The realization that cellular metabolism dictates immune cell development, differentiation and function afford metabolic intervention as a potential venue for cancer immunotherapy. mTOR signaling, as a metabolic master regulator, controls immune cell biology in a cell type-specific and context-dependent manner. 

Furthermore, mTOR activity needs to be fine-tuned to maintain proper immune function. These properties may be exploited for therapeutic purpose, yet caution should be taken against radical changes of mTOR activity. Here, the intricate and complex mTOR regulation in different immune cells is reviewed, highlighting the latest discoveries and opportunities for cancer immunotherapy.

There are growing efforts to target immune cells for cancer therapy, following the success of immune checkpoint inhibitors. Researches from the burgeoning immunometabolism field point to metabolic intervention as an attractive option to improve immune responses against cancer and other immune-related diseases.

Cellular metabolism

The mTOR signaling, a master regulator of cellular metabolism, emerges as a potential target for cancer immunotherapy. However, as described above, the researchers are needed to be very cautious when we manipulate mTOR activity, or mTOR-mediated metabolism, to enhance the anti-tumor immune response.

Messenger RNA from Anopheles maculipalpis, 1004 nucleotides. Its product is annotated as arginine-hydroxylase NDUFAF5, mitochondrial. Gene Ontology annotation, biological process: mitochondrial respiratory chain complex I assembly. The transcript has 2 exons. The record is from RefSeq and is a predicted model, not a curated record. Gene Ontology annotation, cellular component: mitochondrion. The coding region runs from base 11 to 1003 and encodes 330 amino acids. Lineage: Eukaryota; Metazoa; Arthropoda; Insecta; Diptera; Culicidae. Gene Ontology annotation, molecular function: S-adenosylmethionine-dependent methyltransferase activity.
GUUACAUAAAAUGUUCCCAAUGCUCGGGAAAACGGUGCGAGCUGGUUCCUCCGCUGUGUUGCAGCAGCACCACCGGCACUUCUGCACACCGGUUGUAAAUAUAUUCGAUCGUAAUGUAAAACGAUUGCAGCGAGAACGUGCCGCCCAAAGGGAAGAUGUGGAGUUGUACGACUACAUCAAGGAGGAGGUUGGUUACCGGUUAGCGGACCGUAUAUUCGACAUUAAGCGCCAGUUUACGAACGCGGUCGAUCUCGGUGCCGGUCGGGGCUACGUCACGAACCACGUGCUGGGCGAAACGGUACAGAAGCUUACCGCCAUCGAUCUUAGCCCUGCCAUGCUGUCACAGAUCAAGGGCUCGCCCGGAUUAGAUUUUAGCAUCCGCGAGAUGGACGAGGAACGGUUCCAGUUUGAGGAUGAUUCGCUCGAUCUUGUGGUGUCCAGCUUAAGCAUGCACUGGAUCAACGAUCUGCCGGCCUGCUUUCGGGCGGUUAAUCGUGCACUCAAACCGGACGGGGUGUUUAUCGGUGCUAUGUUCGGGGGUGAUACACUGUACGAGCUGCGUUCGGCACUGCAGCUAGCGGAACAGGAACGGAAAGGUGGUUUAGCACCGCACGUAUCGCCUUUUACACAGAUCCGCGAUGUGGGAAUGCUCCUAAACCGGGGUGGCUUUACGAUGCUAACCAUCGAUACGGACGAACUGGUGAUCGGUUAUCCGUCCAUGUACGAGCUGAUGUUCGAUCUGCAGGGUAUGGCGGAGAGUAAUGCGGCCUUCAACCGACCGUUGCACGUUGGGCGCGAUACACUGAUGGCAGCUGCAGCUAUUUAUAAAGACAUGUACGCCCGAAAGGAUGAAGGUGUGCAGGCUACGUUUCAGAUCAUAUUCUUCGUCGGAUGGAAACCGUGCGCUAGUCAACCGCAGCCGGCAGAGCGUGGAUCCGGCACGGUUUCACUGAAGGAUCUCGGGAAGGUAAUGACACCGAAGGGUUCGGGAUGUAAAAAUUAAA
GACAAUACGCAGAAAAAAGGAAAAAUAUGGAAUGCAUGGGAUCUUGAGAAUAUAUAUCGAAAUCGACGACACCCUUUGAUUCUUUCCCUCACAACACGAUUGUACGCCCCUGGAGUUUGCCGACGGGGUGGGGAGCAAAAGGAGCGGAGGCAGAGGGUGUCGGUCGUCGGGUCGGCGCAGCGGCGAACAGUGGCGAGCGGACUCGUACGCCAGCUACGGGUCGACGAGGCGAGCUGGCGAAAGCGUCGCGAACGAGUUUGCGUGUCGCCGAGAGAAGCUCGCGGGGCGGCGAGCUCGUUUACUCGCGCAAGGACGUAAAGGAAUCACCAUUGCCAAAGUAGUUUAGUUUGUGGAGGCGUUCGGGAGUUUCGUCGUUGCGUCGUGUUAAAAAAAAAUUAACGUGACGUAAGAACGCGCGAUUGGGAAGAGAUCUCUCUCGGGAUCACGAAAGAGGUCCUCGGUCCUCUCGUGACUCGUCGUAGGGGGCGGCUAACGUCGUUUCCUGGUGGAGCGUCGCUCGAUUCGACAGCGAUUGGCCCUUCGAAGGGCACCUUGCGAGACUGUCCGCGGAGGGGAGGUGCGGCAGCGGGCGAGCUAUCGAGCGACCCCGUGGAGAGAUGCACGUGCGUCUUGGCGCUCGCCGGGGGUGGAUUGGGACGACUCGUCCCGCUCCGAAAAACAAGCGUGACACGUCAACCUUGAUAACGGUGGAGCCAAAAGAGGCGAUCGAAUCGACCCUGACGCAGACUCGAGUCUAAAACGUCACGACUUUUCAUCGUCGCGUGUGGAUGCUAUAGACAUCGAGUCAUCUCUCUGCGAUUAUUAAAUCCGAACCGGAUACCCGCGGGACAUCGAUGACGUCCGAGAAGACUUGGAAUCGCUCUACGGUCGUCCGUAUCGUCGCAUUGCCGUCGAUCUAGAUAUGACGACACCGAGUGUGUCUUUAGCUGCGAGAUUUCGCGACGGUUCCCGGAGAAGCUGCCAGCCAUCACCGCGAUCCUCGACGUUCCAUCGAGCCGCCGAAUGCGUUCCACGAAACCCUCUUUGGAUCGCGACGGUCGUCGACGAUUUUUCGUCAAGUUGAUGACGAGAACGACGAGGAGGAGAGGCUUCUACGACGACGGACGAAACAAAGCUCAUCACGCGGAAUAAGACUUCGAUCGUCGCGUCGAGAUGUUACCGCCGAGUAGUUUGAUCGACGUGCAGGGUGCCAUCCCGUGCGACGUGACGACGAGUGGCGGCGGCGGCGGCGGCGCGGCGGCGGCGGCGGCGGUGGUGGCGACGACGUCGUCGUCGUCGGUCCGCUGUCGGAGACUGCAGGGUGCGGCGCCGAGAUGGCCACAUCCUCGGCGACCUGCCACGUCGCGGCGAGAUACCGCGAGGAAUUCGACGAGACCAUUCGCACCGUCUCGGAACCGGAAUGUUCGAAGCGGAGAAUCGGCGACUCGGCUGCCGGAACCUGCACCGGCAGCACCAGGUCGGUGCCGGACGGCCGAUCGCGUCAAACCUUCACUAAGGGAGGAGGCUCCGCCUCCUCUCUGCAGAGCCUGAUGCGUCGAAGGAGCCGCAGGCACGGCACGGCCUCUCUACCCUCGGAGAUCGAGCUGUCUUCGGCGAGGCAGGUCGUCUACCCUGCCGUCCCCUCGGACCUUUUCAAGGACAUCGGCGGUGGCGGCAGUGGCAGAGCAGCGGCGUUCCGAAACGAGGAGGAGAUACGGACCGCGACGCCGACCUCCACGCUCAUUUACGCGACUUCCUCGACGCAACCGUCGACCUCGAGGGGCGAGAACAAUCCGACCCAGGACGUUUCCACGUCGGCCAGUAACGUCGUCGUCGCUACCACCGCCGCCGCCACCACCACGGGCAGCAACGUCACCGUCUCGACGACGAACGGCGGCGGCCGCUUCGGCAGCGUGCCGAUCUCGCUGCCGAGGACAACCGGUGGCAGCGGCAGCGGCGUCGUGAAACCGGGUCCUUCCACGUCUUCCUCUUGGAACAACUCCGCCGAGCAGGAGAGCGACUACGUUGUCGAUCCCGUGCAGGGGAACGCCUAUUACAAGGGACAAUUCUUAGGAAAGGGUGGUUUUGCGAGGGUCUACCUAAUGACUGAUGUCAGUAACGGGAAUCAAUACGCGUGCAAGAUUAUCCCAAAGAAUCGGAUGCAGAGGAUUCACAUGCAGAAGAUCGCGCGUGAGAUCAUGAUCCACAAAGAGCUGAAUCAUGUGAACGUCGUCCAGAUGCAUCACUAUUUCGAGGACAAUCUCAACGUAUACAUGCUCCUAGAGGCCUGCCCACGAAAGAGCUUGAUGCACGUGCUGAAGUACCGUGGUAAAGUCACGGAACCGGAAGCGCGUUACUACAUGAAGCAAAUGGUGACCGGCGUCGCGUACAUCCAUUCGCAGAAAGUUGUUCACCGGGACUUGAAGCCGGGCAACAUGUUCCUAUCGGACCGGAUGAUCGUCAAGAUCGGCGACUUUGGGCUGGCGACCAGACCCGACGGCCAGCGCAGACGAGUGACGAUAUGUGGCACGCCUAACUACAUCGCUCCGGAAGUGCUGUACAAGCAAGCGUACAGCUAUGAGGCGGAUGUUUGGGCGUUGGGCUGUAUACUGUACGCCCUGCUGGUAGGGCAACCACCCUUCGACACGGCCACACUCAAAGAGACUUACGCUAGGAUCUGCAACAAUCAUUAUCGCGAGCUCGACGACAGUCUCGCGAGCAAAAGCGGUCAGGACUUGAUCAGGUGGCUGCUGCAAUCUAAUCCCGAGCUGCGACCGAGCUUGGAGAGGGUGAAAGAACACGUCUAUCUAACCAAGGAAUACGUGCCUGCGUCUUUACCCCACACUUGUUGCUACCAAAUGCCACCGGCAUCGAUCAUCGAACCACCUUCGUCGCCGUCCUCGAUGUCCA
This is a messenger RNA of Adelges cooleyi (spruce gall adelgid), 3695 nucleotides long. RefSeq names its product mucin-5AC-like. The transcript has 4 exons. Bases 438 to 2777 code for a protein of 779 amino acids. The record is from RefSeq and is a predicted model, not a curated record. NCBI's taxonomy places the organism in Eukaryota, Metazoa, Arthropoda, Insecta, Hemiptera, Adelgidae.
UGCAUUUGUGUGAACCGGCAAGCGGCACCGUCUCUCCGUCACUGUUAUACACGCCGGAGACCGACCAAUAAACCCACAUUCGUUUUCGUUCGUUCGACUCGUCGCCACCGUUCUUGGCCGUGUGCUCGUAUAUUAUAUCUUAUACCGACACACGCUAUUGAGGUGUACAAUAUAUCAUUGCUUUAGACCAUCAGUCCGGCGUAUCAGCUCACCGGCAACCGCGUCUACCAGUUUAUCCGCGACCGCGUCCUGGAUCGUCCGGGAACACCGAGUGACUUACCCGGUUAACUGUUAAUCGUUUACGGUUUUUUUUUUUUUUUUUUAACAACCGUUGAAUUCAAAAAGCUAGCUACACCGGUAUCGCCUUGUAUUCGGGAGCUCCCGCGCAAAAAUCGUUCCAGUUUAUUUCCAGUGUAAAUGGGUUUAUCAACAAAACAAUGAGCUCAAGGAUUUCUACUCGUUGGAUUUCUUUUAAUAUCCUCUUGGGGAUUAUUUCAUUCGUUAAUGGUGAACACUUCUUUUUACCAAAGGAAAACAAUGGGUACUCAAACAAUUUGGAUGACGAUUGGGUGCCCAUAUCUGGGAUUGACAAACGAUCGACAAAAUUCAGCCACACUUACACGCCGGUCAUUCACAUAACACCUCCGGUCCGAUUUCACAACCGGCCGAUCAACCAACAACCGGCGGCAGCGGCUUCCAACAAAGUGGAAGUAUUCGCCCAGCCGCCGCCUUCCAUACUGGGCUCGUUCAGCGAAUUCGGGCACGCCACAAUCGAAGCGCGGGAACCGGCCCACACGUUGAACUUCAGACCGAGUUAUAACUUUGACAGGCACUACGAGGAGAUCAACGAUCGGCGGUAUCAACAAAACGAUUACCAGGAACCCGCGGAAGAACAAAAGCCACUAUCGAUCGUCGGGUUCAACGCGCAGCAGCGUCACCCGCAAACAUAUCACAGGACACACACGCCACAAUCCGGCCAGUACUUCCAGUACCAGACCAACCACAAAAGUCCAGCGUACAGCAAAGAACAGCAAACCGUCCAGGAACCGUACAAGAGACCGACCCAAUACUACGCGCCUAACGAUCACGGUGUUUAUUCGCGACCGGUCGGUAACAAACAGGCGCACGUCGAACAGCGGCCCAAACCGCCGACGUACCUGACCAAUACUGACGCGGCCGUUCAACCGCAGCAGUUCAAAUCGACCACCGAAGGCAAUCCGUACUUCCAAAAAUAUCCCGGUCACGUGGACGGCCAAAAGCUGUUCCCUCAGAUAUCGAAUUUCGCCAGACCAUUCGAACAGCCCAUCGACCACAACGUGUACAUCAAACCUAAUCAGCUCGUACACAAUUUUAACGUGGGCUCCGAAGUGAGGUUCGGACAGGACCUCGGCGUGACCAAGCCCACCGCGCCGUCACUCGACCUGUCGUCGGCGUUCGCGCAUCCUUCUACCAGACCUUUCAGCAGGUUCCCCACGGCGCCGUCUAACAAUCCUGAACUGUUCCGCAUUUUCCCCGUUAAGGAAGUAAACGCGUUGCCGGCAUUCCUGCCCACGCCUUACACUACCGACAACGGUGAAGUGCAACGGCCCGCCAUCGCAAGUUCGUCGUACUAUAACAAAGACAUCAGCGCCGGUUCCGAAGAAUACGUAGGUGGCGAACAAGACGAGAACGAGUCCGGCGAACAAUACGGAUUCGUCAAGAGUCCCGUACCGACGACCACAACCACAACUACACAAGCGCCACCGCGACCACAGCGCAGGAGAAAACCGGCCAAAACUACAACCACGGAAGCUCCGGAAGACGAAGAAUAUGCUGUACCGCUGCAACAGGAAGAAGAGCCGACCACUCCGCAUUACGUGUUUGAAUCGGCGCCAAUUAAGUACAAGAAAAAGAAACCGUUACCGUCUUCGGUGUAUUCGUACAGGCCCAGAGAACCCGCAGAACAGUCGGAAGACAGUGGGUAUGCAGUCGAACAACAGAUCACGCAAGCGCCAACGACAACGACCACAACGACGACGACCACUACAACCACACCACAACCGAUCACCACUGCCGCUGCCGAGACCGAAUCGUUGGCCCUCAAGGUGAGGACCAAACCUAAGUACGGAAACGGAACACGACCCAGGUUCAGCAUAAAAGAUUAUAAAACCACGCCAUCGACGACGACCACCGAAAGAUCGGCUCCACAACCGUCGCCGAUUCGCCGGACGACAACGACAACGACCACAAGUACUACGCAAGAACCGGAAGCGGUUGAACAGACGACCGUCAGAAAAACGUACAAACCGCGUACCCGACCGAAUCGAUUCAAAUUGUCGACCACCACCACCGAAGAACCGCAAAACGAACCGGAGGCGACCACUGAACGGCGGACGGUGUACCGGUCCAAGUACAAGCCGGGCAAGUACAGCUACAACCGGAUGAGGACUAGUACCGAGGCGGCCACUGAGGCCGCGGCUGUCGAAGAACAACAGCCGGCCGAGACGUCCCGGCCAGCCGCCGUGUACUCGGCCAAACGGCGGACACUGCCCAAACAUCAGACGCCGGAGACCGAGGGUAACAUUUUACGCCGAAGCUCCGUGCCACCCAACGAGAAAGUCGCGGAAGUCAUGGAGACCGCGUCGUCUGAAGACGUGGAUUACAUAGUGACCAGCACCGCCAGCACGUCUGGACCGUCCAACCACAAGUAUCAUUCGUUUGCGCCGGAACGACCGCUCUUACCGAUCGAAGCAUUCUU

Extensive basic research over the past few years has demonstrated that mTOR regulates immune cell homeostasis and function in a context and cell type-specific manner.

Consequently, the mTOR intervention strategy needs to be tailored for different cell types. For example, while mTOR inhibition could be adopted on DCs to generate cellular adjuvant, it is more logical to boost mTOR activity in NK cells by high-dose IL-15 for adoptive cell transfer therapy.

Furthermore, the existence of “Goldilocks mTOR”, especially in the case of CD8+ T cells and Tregs, means that mTOR activity has to be fine-tuned for proper immune functions. This is particularly true for CD8+ T cells, the most potent anti-tumor immune cells.

There is ample evidence that modulating the mTORC1 activity or mTORC1-dependent anabolic metabolism, promotes memory CD8+ T cell generation, which should benefit long-term tumor regression.

At the same time, mTORC1 activity is required for efficient effector function and recall response. Thus, it is imperative to find the right mTORC1 activity level conducive for memory formation without compromising effect T cells activity, before it is applied clinically.

In contrast, targeting mTOR in Tregs is likely to be beneficial for cancer therapy, because Treg suppressive activity can be impaired by either inhibition of mTORC1 or over-activation of mTOR activity.

While direct targeting mTOR in immune cells has been tested in a number of murine xenografts tumor models, it has yet to be tested in any spontaneous tumor models, or clinical trials.